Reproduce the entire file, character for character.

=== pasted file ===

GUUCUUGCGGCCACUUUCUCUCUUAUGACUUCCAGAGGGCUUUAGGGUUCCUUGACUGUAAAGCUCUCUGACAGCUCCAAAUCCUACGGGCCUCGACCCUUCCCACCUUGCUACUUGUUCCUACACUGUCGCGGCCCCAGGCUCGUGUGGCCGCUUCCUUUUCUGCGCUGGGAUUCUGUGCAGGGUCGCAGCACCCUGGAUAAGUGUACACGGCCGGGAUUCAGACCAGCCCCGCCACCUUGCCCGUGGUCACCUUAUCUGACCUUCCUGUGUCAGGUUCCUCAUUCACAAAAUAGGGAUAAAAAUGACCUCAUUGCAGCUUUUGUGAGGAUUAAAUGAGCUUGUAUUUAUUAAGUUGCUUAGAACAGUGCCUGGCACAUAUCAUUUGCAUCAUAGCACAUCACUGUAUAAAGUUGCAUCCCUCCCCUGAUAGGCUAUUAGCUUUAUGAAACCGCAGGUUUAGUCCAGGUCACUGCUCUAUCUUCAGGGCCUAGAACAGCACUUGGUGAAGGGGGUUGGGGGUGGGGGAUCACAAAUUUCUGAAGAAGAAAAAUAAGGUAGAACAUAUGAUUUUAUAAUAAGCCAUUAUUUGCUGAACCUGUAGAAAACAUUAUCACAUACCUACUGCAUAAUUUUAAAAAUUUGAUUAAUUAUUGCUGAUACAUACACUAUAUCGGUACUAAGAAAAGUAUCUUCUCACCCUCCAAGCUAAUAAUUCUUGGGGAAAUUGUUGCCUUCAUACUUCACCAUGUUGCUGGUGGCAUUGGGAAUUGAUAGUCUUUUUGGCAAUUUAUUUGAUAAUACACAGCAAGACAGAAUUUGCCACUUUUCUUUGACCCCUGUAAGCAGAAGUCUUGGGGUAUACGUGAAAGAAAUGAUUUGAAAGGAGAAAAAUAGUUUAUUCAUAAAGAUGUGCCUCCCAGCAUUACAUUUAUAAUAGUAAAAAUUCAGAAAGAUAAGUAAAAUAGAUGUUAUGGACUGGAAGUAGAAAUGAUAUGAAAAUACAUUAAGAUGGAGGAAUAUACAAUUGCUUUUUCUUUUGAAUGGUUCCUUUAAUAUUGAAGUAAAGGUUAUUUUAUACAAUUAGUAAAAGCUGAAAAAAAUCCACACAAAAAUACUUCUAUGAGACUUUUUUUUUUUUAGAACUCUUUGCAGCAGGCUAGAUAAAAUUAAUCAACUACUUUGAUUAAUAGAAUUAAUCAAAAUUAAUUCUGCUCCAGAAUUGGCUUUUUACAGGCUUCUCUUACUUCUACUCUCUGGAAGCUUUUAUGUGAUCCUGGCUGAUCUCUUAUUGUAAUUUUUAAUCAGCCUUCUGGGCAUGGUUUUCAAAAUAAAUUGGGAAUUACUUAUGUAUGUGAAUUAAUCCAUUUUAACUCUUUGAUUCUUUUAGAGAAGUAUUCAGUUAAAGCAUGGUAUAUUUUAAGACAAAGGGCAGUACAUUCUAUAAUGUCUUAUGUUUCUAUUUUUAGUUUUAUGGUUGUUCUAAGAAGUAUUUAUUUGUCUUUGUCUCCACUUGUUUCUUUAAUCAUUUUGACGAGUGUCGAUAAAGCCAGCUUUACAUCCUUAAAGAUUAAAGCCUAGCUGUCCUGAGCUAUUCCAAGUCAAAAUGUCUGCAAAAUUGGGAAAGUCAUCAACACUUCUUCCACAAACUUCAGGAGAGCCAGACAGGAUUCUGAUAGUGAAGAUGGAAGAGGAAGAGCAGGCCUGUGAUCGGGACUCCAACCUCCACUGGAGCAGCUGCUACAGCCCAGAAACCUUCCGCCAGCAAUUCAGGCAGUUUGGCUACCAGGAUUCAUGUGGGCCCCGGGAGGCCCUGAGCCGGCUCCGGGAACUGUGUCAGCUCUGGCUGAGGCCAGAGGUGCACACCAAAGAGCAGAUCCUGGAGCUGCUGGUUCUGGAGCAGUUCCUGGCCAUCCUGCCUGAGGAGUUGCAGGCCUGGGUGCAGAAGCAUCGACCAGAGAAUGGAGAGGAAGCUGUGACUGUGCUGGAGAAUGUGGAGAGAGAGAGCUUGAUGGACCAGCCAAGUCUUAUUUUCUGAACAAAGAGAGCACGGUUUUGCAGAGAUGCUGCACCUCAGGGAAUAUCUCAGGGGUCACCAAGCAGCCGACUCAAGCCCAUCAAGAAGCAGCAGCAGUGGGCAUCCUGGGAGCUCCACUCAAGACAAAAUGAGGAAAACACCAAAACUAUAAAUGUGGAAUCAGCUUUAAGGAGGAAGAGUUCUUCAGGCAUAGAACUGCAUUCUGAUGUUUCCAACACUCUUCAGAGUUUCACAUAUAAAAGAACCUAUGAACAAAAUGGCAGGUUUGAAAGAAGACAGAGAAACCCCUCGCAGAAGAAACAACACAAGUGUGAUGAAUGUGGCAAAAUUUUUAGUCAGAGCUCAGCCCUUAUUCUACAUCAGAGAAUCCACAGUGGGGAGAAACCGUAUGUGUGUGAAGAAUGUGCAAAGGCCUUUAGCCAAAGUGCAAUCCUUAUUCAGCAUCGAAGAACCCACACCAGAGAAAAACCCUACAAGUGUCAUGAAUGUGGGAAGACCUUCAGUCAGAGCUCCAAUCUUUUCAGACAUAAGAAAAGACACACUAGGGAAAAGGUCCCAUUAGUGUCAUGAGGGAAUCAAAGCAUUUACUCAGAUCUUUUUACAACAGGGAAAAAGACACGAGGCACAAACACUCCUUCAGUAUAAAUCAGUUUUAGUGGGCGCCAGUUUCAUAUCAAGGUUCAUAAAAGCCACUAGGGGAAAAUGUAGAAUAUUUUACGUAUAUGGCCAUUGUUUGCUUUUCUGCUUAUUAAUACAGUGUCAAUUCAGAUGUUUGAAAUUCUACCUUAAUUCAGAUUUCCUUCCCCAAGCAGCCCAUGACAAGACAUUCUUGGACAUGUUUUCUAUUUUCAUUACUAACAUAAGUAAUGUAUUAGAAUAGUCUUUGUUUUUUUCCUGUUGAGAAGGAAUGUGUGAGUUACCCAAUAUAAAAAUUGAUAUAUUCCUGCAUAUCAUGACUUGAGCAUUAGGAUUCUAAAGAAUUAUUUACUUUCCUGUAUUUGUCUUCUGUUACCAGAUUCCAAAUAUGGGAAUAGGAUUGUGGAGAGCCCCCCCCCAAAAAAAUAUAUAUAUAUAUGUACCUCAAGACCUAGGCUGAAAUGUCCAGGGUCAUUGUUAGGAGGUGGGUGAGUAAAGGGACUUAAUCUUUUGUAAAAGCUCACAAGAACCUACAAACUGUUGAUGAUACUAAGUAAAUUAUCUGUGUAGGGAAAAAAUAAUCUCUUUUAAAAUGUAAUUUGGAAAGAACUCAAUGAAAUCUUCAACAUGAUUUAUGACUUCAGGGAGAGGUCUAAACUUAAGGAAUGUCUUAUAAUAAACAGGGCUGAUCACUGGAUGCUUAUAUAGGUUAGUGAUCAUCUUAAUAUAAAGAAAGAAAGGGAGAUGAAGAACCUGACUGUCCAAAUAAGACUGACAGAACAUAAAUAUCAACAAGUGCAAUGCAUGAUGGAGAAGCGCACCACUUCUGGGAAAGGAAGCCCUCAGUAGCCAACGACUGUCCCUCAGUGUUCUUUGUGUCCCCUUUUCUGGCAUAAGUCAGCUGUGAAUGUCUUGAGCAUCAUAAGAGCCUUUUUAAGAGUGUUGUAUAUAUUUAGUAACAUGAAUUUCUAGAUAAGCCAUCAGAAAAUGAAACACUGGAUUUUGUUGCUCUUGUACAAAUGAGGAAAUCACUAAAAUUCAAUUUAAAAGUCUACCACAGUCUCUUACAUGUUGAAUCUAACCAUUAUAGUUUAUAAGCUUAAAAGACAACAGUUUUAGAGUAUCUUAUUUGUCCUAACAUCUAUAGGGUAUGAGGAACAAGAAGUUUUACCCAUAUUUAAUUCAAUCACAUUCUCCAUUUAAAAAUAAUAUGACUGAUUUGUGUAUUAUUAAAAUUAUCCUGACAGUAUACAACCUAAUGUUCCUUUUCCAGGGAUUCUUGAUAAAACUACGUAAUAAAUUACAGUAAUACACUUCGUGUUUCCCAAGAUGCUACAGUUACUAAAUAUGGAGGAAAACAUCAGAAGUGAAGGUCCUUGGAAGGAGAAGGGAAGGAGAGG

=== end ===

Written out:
GUUCUUGCGGCCACUUUCUCUCUUAUGACUUCCAGAGGGCUUUAGGGUUCCUUGACUGUAAAGCUCUCUGACAGCUCCAAAUCCUACGGGCCUCGACCCUUCCCACCUUGCUACUUGUUCCUACACUGUCGCGGCCCCAGGCUCGUGUGGCCGCUUCCUUUUCUGCGCUGGGAUUCUGUGCAGGGUCGCAGCACCCUGGAUAAGUGUACACGGCCGGGAUUCAGACCAGCCCCGCCACCUUGCCCGUGGUCACCUUAUCUGACCUUCCUGUGUCAGGUUCCUCAUUCACAAAAUAGGGAUAAAAAUGACCUCAUUGCAGCUUUUGUGAGGAUUAAAUGAGCUUGUAUUUAUUAAGUUGCUUAGAACAGUGCCUGGCACAUAUCAUUUGCAUCAUAGCACAUCACUGUAUAAAGUUGCAUCCCUCCCCUGAUAGGCUAUUAGCUUUAUGAAACCGCAGGUUUAGUCCAGGUCACUGCUCUAUCUUCAGGGCCUAGAACAGCACUUGGUGAAGGGGGUUGGGGGUGGGGGAUCACAAAUUUCUGAAGAAGAAAAAUAAGGUAGAACAUAUGAUUUUAUAAUAAGCCAUUAUUUGCUGAACCUGUAGAAAACAUUAUCACAUACCUACUGCAUAAUUUUAAAAAUUUGAUUAAUUAUUGCUGAUACAUACACUAUAUCGGUACUAAGAAAAGUAUCUUCUCACCCUCCAAGCUAAUAAUUCUUGGGGAAAUUGUUGCCUUCAUACUUCACCAUGUUGCUGGUGGCAUUGGGAAUUGAUAGUCUUUUUGGCAAUUUAUUUGAUAAUACACAGCAAGACAGAAUUUGCCACUUUUCUUUGACCCCUGUAAGCAGAAGUCUUGGGGUAUACGUGAAAGAAAUGAUUUGAAAGGAGAAAAAUAGUUUAUUCAUAAAGAUGUGCCUCCCAGCAUUACAUUUAUAAUAGUAAAAAUUCAGAAAGAUAAGUAAAAUAGAUGUUAUGGACUGGAAGUAGAAAUGAUAUGAAAAUACAUUAAGAUGGAGGAAUAUACAAUUGCUUUUUCUUUUGAAUGGUUCCUUUAAUAUUGAAGUAAAGGUUAUUUUAUACAAUUAGUAAAAGCUGAAAAAAAUCCACACAAAAAUACUUCUAUGAGACUUUUUUUUUUUUAGAACUCUUUGCAGCAGGCUAGAUAAAAUUAAUCAACUACUUUGAUUAAUAGAAUUAAUCAAAAUUAAUUCUGCUCCAGAAUUGGCUUUUUACAGGCUUCUCUUACUUCUACUCUCUGGAAGCUUUUAUGUGAUCCUGGCUGAUCUCUUAUUGUAAUUUUUAAUCAGCCUUCUGGGCAUGGUUUUCAAAAUAAAUUGGGAAUUACUUAUGUAUGUGAAUUAAUCCAUUUUAACUCUUUGAUUCUUUUAGAGAAGUAUUCAGUUAAAGCAUGGUAUAUUUUAAGACAAAGGGCAGUACAUUCUAUAAUGUCUUAUGUUUCUAUUUUUAGUUUUAUGGUUGUUCUAAGAAGUAUUUAUUUGUCUUUGUCUCCACUUGUUUCUUUAAUCAUUUUGACGAGUGUCGAUAAAGCCAGCUUUACAUCCUUAAAGAUUAAAGCCUAGCUGUCCUGAGCUAUUCCAAGUCAAAAUGUCUGCAAAAUUGGGAAAGUCAUCAACACUUCUUCCACAAACUUCAGGAGAGCCAGACAGGAUUCUGAUAGUGAAGAUGGAAGAGGAAGAGCAGGCCUGUGAUCGGGACUCCAACCUCCACUGGAGCAGCUGCUACAGCCCAGAAACCUUCCGCCAGCAAUUCAGGCAGUUUGGCUACCAGGAUUCAUGUGGGCCCCGGGAGGCCCUGAGCCGGCUCCGGGAACUGUGUCAGCUCUGGCUGAGGCCAGAGGUGCACACCAAAGAGCAGAUCCUGGAGCUGCUGGUUCUGGAGCAGUUCCUGGCCAUCCUGCCUGAGGAGUUGCAGGCCUGGGUGCAGAAGCAUCGACCAGAGAAUGGAGAGGAAGCUGUGACUGUGCUGGAGAAUGUGGAGAGAGAGAGCUUGAUGGACCAGCCAAGUCUUAUUUUCUGAACAAAGAGAGCACGGUUUUGCAGAGAUGCUGCACCUCAGGGAAUAUCUCAGGGGUCACCAAGCAGCCGACUCAAGCCCAUCAAGAAGCAGCAGCAGUGGGCAUCCUGGGAGCUCCACUCAAGACAAAAUGAGGAAAACACCAAAACUAUAAAUGUGGAAUCAGCUUUAAGGAGGAAGAGUUCUUCAGGCAUAGAACUGCAUUCUGAUGUUUCCAACACUCUUCAGAGUUUCACAUAUAAAAGAACCUAUGAACAAAAUGGCAGGUUUGAAAGAAGACAGAGAAACCCCUCGCAGAAGAAACAACACAAGUGUGAUGAAUGUGGCAAAAUUUUUAGUCAGAGCUCAGCCCUUAUUCUACAUCAGAGAAUCCACAGUGGGGAGAAACCGUAUGUGUGUGAAGAAUGUGCAAAGGCCUUUAGCCAAAGUGCAAUCCUUAUUCAGCAUCGAAGAACCCACACCAGAGAAAAACCCUACAAGUGUCAUGAAUGUGGGAAGACCUUCAGUCAGAGCUCCAAUCUUUUCAGACAUAAGAAAAGACACACUAGGGAAAAGGUCCCAUUAGUGUCAUGAGGGAAUCAAAGCAUUUACUCAGAUCUUUUUACAACAGGGAAAAAGACACGAGGCACAAACACUCCUUCAGUAUAAAUCAGUUUUAGUGGGCGCCAGUUUCAUAUCAAGGUUCAUAAAAGCCACUAGGGGAAAAUGUAGAAUAUUUUACGUAUAUGGCCAUUGUUUGCUUUUCUGCUUAUUAAUACAGUGUCAAUUCAGAUGUUUGAAAUUCUACCUUAAUUCAGAUUUCCUUCCCCAAGCAGCCCAUGACAAGACAUUCUUGGACAUGUUUUCUAUUUUCAUUACUAACAUAAGUAAUGUAUUAGAAUAGUCUUUGUUUUUUUCCUGUUGAGAAGGAAUGUGUGAGUUACCCAAUAUAAAAAUUGAUAUAUUCCUGCAUAUCAUGACUUGAGCAUUAGGAUUCUAAAGAAUUAUUUACUUUCCUGUAUUUGUCUUCUGUUACCAGAUUCCAAAUAUGGGAAUAGGAUUGUGGAGAGCCCCCCCCCAAAAAAAUAUAUAUAUAUAUGUACCUCAAGACCUAGGCUGAAAUGUCCAGGGUCAUUGUUAGGAGGUGGGUGAGUAAAGGGACUUAAUCUUUUGUAAAAGCUCACAAGAACCUACAAACUGUUGAUGAUACUAAGUAAAUUAUCUGUGUAGGGAAAAAAUAAUCUCUUUUAAAAUGUAAUUUGGAAAGAACUCAAUGAAAUCUUCAACAUGAUUUAUGACUUCAGGGAGAGGUCUAAACUUAAGGAAUGUCUUAUAAUAAACAGGGCUGAUCACUGGAUGCUUAUAUAGGUUAGUGAUCAUCUUAAUAUAAAGAAAGAAAGGGAGAUGAAGAACCUGACUGUCCAAAUAAGACUGACAGAACAUAAAUAUCAACAAGUGCAAUGCAUGAUGGAGAAGCGCACCACUUCUGGGAAAGGAAGCCCUCAGUAGCCAACGACUGUCCCUCAGUGUUCUUUGUGUCCCCUUUUCUGGCAUAAGUCAGCUGUGAAUGUCUUGAGCAUCAUAAGAGCCUUUUUAAGAGUGUUGUAUAUAUUUAGUAACAUGAAUUUCUAGAUAAGCCAUCAGAAAAUGAAACACUGGAUUUUGUUGCUCUUGUACAAAUGAGGAAAUCACUAAAAUUCAAUUUAAAAGUCUACCACAGUCUCUUACAUGUUGAAUCUAACCAUUAUAGUUUAUAAGCUUAAAAGACAACAGUUUUAGAGUAUCUUAUUUGUCCUAACAUCUAUAGGGUAUGAGGAACAAGAAGUUUUACCCAUAUUUAAUUCAAUCACAUUCUCCAUUUAAAAAUAAUAUGACUGAUUUGUGUAUUAUUAAAAUUAUCCUGACAGUAUACAACCUAAUGUUCCUUUUCCAGGGAUUCUUGAUAAAACUACGUAAUAAAUUACAGUAAUACACUUCGUGUUUCCCAAGAUGCUACAGUUACUAAAUAUGGAGGAAAACAUCAGAAGUGAAGGUCCUUGGAAGGAGAAGGGAAGGAGAGG